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Yreka, CA 96097
Phone: (530) 842-0197 or 0157
Fax: (530) 842-0198
Email: Facilitator@siskiyou.courts.ca.gov
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FAMILY LAW FACILITATOR FREQUENTLY ASKED QUESTIONS

FAMILY LAW FACILITATOR FREQUENTLY ASKED QUESTIONS

Q.†††††††† How much does is cost to see the Facilitator?

A.†††††††† There is no charge for the services of the Family Law Facilitator.

Q.†††††††† What matters can the Family Law Facilitator assist with?

A.†††††††† The Facilitator can assist only in the following areas; child support, family law and related areas, small claims, unlawful detainer lawsuits (for tenants only) step-parent adoption, domestic violence, civil harassment restraining orders, name change and guardianship. The Facilitator does not assist with criminal, dependency, or general civil matters.

Q.†††††††† Why canít I have a private appointment with the Facilitator?

A.†††††††† The goal of the Facilitator is to provide service in a timely manner to all who need assistance with a matter covered by the Facilitator. We learned that the best way to meet the needs of our customers is through our walk-in Self-Help Clinics.With appointments you might have to wait several weeks to see the Facilitator. The Facilitator may schedule individual appointments if s/he determines that the matter cannot be handled in the clinic setting.

Q.†††††††† Why do I have to fill out paperwork each time I come in?

A.†††††††† The law requires that each person receiving the free services of the Facilitator sign a disclosure form, stating that he or she understands the nature of our services and that there is no attorney-client relationship. We must also collect statistical data so that the extent and effectiveness of our services can be reviewed for funding and other purposes.

Q:†††††††† Why canít I just get my questions answered over the phone?

A:†††††††† In order to give you accurate information, the Facilitator will usually need to review the documents filed in your case. This is only possible when you come to the clinic fully prepared with all of your court documents. The Facilitatorís Office sees many people weekly. It is difficult to timely return telephone calls.

Q.†††††††† What does "In Pro Per" or "Pro Se" mean?

A.†††††††† It means that you are representing yourself in your legal matter.Since you are acting as your own attorney, you have sole responsibility for managing your case, meeting deadlines, and providing the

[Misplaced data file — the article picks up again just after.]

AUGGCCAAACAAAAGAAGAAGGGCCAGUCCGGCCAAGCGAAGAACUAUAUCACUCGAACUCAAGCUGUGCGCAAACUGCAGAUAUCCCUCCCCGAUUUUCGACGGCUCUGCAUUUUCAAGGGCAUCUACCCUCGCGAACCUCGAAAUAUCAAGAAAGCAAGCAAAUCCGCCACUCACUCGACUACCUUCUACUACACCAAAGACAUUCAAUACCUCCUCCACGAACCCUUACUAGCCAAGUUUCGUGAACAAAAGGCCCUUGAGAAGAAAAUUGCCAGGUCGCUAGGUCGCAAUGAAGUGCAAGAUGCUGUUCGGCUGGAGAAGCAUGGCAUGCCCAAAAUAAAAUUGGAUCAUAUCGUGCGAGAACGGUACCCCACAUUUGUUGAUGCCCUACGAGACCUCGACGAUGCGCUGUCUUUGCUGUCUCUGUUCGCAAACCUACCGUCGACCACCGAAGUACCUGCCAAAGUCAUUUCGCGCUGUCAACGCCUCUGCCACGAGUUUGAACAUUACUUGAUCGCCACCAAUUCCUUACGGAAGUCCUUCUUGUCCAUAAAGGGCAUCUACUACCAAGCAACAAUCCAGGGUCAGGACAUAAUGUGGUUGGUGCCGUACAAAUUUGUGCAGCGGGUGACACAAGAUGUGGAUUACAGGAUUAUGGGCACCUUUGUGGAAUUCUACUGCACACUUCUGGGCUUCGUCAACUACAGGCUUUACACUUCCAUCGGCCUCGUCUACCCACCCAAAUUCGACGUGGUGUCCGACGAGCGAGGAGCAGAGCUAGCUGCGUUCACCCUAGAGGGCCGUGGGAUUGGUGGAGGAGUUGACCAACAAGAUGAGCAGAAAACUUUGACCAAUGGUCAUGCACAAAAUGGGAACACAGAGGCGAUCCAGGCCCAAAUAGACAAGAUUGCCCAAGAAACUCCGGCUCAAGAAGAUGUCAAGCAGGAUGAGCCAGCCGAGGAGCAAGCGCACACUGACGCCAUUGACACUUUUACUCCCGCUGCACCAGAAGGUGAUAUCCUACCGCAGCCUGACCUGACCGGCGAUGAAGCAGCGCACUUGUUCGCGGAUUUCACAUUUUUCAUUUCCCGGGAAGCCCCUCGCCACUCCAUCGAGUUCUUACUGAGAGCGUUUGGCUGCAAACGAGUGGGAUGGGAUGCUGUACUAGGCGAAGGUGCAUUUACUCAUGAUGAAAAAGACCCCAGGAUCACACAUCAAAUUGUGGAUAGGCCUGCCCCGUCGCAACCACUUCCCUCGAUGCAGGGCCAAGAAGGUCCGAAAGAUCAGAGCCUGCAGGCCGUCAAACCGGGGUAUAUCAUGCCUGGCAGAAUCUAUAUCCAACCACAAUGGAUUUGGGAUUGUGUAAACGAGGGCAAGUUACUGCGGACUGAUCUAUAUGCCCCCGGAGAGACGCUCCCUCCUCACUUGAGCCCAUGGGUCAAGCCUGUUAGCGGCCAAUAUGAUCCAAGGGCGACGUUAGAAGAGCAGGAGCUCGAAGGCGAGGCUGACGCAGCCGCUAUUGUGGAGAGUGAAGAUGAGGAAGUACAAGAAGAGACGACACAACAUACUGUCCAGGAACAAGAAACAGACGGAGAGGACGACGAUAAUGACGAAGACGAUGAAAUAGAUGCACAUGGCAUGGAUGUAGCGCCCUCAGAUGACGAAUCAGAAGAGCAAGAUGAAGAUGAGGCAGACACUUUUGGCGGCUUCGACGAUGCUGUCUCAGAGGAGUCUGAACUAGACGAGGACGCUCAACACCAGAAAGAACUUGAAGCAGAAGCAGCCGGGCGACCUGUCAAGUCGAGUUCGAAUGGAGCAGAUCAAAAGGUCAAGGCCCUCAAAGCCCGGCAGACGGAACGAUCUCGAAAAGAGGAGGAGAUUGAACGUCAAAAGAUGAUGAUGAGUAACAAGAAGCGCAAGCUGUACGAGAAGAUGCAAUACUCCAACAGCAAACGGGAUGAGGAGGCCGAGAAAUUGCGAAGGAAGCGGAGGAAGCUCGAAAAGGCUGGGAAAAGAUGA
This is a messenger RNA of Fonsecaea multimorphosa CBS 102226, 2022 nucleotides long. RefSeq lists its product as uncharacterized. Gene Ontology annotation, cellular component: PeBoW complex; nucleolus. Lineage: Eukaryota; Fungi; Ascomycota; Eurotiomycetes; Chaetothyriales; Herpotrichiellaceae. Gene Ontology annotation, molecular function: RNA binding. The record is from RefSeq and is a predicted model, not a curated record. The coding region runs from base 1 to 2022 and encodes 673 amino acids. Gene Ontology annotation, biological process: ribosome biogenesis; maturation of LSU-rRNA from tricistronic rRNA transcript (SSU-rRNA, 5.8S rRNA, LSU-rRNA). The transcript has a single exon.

necessary documents and information to the court in the proper form.

Q.†††††††† Should I hire an attorney to represent me?

A.†††††††† It is usually helpful to have an attorney. An attorney may be able to help you argue your case more effectively, in your written documents, as well as in the courtroom. If your case is contested or involves complicated legal issues, an attorney can be especially helpful. Your own attorney can give you strategic advice, investigate for you and file custom-prepared paperwork for you. The Family Law Facilitator can only give you generalized legal information and assist you in filling out court forms. If you must travel a long distance to make court appearances, it may actually be more cost-effective to hire a local attorney. The Facilitatorís Office may not be able to assist you with everything needed in your particular case. For example, if you need an order dividing a retirement plan, you will need to have the help of a private attorney. Some attorneys will provide limited representation that can save you money.

Q:†††††††† I filed my divorce papers six months ago. Is my divorce now final?

A:†††††††† Your divorce is not final until the court enters your Judgment. You are not single, and free to remarry, until your judgment has been entered and it has been at least six months since summons was served on the Respondent. The date of termination of your marital status should be shown on your Judgment. You may not remarry until that date. You will be required to fill out additional papers to

obtain your judgment. Nothing will happen automatically.

Q:†††††††† How do I change a custody or visitation order? How long will it take?

A:†††††††† You may ask the court to modify the order by filing with the court a Notice of Motion or Order to Show Cause, with the required Application for Order and Supporting Declaration. Sometimes the court will not modify a previous order unless you can show a ďsubstantial change of circumstancesĒ. Your first court date will usually be set for about a month from the date you are ready to serve the other party. You may ask the Judge/Commissioner for the orders you are seeking at your first hearing, but you will probably be referred to mediation and given another court date. If you do not reach agreement in mediation, you mayhave more court appearances, or even a contested evidence hearing. The entire process can take several months. The court may make interim orders while the mediation process is pending.